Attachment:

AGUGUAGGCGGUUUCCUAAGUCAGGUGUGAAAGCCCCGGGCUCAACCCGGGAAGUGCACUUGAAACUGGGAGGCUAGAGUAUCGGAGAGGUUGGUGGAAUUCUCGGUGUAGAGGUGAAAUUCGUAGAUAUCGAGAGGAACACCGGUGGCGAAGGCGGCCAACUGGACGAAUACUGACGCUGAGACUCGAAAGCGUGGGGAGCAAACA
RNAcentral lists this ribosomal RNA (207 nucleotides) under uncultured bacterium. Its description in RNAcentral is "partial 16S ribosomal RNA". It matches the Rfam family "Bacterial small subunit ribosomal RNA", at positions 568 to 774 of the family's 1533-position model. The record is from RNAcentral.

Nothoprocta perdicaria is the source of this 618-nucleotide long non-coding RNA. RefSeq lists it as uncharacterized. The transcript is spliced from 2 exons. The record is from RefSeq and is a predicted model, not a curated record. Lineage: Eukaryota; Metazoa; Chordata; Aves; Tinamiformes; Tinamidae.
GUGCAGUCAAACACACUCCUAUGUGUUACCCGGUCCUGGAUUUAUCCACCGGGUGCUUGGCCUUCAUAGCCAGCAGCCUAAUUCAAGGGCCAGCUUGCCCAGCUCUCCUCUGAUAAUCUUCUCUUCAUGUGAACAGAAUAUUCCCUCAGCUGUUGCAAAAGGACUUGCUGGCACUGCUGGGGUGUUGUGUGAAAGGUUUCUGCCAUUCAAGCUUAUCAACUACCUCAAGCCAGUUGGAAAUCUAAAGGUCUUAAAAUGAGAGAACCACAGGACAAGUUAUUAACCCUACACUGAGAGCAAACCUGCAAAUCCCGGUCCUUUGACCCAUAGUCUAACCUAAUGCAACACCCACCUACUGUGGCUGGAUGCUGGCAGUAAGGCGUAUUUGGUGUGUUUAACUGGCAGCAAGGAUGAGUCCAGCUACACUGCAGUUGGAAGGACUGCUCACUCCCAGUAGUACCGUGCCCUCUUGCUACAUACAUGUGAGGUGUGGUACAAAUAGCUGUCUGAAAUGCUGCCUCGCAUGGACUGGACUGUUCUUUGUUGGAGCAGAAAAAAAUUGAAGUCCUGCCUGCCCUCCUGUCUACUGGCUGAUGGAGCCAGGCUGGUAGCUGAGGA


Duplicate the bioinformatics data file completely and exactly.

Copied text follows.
AGUGUAGGCGGUUUCCUAAGUCAGGUGUGAAAGCCCCGGGCUCAACCCGGGAAGUGCACUUGAAACUGGGAGGCUAGAGUAUCGGAGAGGUUGGUGGAAUUCUCGGUGUAGAGGUGAAAUUCGUAGAUAUCGAGAGGAACACCGGUGGCGAAGGCGGCCAACUGGACGAAUACUGACGCUGAGACUCGAAAGCGUGGGGAGCAAACA
RNAcentral lists this ribosomal RNA (207 nucleotides) under uncultured bacterium. Its description in RNAcentral is "partial 16S ribosomal RNA". It matches the Rfam family "Bacterial small subunit ribosomal RNA", at positions 568 to 774 of the family's 1533-position model. The record is from RNAcentral.

Nothoprocta perdicaria is the source of this 618-nucleotide long non-coding RNA. RefSeq lists it as uncharacterized. The transcript is spliced from 2 exons. The record is from RefSeq and is a predicted model, not a curated record. Lineage: Eukaryota; Metazoa; Chordata; Aves; Tinamiformes; Tinamidae.
GUGCAGUCAAACACACUCCUAUGUGUUACCCGGUCCUGGAUUUAUCCACCGGGUGCUUGGCCUUCAUAGCCAGCAGCCUAAUUCAAGGGCCAGCUUGCCCAGCUCUCCUCUGAUAAUCUUCUCUUCAUGUGAACAGAAUAUUCCCUCAGCUGUUGCAAAAGGACUUGCUGGCACUGCUGGGGUGUUGUGUGAAAGGUUUCUGCCAUUCAAGCUUAUCAACUACCUCAAGCCAGUUGGAAAUCUAAAGGUCUUAAAAUGAGAGAACCACAGGACAAGUUAUUAACCCUACACUGAGAGCAAACCUGCAAAUCCCGGUCCUUUGACCCAUAGUCUAACCUAAUGCAACACCCACCUACUGUGGCUGGAUGCUGGCAGUAAGGCGUAUUUGGUGUGUUUAACUGGCAGCAAGGAUGAGUCCAGCUACACUGCAGUUGGAAGGACUGCUCACUCCCAGUAGUACCGUGCCCUCUUGCUACAUACAUGUGAGGUGUGGUACAAAUAGCUGUCUGAAAUGCUGCCUCGCAUGGACUGGACUGUUCUUUGUUGGAGCAGAAAAAAAUUGAAGUCCUGCCUGCCCUCCUGUCUACUGGCUGAUGGAGCCAGGCUGGUAGCUGAGGA